The Lord Lever of Manchester
Chancellor of the Duchy of Lancaster
In office
5 March 1974 – 4 May 1979
Prime MinisterHarold Wilson
James Callaghan
Preceded byJohn Davies
Succeeded byNorman St John-Stevas
Member of Parliament
for Manchester Central
In office
28 February 1974 – 3 July 1979
Preceded byConstituency Created
Succeeded byBob Litherland
Member of Parliament
for Manchester Cheetham
In office
23 February 1950 – 8 February 1974
Preceded byConstituency Created
Succeeded byConstituency Abolished
Member of Parliament
for Manchester Exchange
In office
5 July 1945 – 3 February 1950
Preceded byThomas Hewlett
Succeeded byWilliam Griffiths
Personal details
Born(1914-01-15)15 January 1914
Manchester, England
Died6 August 1995(1995-08-06) (aged 81)
London, England
Political partyLabour
Alma materUniversity of Manchester

Norman Harold Lever, Baron Lever of Manchester, PC (15 January 1914 – 6 August 1995) was a British barrister and Labour Party politician.

Early life

He was born in Manchester, the son of a Jewish textile merchant from Lithuania, and was educated at Manchester Grammar School and Manchester University. He was called to the Bar of the Middle Temple in 1935. During World War II he served in the Royal Air Force. His brother was Leslie Lever, Baron Lever.[1]


Lever was elected Member of Parliament for Manchester Exchange at the 1945 general election, then Manchester, Cheetham from 1950 to 1974. His brother, Leslie Lever, was elected MP for the neighbouring Manchester Ardwick seat. He promoted the Private Member's Bill that became the Defamation Act 1952.

He was Joint Parliamentary Under-Secretary of State for Economic Affairs in 1967; Financial Secretary to the Treasury, September 1967–69; Paymaster General, 1969–70, a Member of the Shadow Cabinet from 1970 to 1974 and Chairman of the Public Accounts Committee, 1970–73. His seat changed again, becoming Manchester Central from 1974 to 1979. On Labour's return to power after the February 1974 general election, he was Chancellor of the Duchy of Lancaster from 1974 to 1979.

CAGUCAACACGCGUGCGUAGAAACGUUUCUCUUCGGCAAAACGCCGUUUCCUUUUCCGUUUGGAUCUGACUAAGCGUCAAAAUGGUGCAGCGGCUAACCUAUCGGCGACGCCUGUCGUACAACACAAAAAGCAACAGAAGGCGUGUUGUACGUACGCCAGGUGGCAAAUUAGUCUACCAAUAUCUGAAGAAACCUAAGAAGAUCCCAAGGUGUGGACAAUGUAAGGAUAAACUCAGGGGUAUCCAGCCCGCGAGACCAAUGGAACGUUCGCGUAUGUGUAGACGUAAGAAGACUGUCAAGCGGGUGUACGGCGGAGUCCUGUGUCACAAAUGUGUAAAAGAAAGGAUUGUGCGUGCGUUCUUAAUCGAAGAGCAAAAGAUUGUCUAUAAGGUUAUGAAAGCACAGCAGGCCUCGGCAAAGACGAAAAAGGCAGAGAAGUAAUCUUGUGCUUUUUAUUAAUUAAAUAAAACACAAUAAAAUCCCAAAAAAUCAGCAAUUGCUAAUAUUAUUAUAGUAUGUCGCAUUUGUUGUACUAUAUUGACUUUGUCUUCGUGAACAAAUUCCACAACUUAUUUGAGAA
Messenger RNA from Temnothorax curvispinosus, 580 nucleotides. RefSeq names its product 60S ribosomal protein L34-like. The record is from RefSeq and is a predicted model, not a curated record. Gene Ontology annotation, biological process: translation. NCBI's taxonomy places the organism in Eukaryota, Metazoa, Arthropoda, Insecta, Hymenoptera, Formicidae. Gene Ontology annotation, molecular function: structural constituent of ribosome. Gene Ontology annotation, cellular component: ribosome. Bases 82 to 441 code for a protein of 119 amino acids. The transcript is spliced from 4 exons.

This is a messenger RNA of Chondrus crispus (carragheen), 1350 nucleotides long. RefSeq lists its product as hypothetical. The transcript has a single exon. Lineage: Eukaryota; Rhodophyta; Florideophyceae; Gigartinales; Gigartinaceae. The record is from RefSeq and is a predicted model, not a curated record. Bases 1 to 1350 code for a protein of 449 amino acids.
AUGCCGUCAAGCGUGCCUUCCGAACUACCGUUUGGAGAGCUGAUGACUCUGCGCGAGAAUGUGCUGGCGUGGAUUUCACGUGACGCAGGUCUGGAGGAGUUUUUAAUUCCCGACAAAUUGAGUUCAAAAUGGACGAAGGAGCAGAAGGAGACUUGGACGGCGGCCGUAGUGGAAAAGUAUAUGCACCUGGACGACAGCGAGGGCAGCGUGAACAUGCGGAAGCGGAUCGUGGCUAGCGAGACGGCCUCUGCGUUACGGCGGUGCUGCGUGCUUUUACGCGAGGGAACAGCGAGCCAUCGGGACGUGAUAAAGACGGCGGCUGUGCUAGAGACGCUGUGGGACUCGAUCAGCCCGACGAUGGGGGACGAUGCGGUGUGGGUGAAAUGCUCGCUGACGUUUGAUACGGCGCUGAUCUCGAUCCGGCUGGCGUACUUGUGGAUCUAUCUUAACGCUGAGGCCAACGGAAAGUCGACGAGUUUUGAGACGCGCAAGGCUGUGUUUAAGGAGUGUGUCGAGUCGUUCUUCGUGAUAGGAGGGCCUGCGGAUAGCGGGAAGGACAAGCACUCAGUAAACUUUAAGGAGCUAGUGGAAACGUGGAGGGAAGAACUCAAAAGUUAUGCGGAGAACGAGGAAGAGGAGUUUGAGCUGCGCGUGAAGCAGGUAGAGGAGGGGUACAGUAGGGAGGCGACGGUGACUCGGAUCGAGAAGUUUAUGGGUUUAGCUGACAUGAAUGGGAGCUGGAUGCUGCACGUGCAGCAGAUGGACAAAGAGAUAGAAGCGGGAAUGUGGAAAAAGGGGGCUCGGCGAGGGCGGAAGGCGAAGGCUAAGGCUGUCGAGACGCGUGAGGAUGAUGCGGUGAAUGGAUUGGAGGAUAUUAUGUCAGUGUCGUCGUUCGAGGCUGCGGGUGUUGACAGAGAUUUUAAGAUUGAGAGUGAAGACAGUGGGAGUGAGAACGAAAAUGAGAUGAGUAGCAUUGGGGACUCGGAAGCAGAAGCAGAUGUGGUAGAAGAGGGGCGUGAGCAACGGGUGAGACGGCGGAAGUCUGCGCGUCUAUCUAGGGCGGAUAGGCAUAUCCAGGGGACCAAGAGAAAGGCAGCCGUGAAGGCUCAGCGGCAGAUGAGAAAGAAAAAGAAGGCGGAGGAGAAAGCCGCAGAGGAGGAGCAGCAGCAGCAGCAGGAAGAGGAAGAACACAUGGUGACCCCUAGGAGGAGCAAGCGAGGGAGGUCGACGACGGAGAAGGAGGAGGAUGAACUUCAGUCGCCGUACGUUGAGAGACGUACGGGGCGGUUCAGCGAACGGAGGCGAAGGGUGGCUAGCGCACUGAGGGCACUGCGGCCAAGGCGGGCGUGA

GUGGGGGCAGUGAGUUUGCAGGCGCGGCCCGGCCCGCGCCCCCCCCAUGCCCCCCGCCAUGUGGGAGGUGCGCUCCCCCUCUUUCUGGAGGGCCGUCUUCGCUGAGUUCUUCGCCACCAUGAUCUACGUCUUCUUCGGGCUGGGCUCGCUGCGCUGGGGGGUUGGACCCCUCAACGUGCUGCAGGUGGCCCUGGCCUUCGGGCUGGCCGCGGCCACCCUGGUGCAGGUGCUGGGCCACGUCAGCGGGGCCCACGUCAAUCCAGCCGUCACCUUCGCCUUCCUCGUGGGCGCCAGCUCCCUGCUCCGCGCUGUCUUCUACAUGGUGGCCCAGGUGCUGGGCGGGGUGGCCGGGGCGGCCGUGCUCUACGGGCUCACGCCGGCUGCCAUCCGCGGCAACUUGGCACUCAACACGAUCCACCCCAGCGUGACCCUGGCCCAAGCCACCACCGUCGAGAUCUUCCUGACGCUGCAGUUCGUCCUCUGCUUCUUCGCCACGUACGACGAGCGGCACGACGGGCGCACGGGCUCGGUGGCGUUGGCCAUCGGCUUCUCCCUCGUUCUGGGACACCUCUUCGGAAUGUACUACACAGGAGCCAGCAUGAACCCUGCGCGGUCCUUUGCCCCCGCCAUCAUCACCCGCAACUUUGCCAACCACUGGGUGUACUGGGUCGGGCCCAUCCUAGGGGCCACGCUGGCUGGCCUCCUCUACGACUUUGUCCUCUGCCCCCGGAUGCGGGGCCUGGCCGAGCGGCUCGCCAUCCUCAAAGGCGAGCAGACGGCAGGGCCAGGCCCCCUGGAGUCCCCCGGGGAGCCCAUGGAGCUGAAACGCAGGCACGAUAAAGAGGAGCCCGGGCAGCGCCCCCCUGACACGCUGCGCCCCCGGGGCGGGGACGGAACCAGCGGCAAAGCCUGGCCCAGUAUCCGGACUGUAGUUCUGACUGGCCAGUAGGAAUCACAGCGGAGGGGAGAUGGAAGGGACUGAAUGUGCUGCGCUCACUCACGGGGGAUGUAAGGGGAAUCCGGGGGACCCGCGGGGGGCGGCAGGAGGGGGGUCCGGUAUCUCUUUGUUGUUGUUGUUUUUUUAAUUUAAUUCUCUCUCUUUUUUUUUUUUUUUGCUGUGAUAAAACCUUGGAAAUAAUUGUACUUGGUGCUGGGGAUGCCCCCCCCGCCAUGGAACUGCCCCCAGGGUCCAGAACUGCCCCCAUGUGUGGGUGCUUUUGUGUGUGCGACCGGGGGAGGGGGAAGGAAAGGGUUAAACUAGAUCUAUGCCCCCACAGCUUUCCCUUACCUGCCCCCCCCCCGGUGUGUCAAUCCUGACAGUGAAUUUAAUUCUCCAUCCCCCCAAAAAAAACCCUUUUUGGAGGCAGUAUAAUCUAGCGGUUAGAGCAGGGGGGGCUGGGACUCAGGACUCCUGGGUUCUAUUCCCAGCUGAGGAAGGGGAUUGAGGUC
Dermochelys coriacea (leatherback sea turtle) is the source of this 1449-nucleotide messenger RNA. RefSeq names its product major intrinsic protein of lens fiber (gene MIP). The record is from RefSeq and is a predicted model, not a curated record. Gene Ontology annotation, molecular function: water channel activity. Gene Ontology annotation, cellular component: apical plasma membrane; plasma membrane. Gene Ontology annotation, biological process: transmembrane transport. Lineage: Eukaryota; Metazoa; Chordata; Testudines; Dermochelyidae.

Lever held a number of business appointments in the banking and journalism sectors. He was Governor of the London School of Economics from 1971, and of the English Speaking Union 1973–86. He was a Trustee of the Royal Opera House from 1974 to 1982, and a Member of the Court of Manchester University from 1975 to 1987. He was an Honorary Fellow, and Chairman of the Trustees of the Royal Academy from 1981 to 1987. He held Honorary doctorates in Law, Science, Literature and Technology and was awarded the Grand Cross, Order of Merit, Germany, 1979.

He was appointed a Privy Counsellor in 1969 and created a life peer as Baron Lever of Manchester, of Cheetham in the City of Manchester on 3 July 1979.[2] As a Peer and elder statesman he successfully arbitrated the 1980 Steel Strike, one of the UK's longest industrial disputes. In 1983 he served on the Franks Committee, a committee of inquiry by six Privy Counsellors into the Falklands War. In 1984 he was Chairman of the Commonwealth Prime Ministers' commission into the Developing World Debt Crisis. The following year, 1985 he co-wrote "Debt and Danger" which advocated excusing the Developing World a debt burden which was crippling their fragile economies.

Personal life

His first marriage was in 1939, to a medical student, Ethel Sebrinski (née Samuel), which ended in "a friendly divorce".[3]

In 1945, he married Betty "Billie" Featherman (née Wolfe), and they had one daughter, but Betty died of leukemia shortly after the birth.[4][3]

His third wife was Mrs Diane Zilkha (née Bashi), the ex-wife of Selim Zilkha, and they married at the Westminster Synagogue on 15 March 1962.[5] They had three daughters.[4] They were married for over 30 years until his death on 6 August 1995, and lived in a 22-roomed apartment in Eaton Square, which Diane "converted ... into a palace".[3]

He was a strong bridge player, who represented both the House of Commons and the House of Lords in their annual match. The side he played for usually won.[4]

Death and legacy

He died in August 1995, aged 81.

His policy was adopted by the G7 in 2005, a decade after his death.


  1. ^ William D. Rubinstein (22 February 2011). The Palgrave Dictionary of Anglo-Jewish History. Palgrave Macmillan. p. 569. ISBN 978-0-230-30466-6. Retrieved 24 November 2015.
  2. ^ "No. 47896". The London Gazette. 5 July 1979. p. 8467.
  3. ^ a b c Bevan, John (23 October 2011). "OBITUARY : Lord Lever of Manchester". The Independent. Archived from the original on 9 May 2022. Retrieved 24 November 2015.
  4. ^ a b c "Lord Lever of Manchester". English Bridge Union. Retrieved 24 November 2015.
  5. ^ "Stock Photo - Mar. 15, 1962 - LABOUR MP MARRIES IRAQI HEIRESS: Harold Lever, 48, Labour MP for Manchester's Cheatham, Division, today married". alamy. Retrieved 24 November 2015.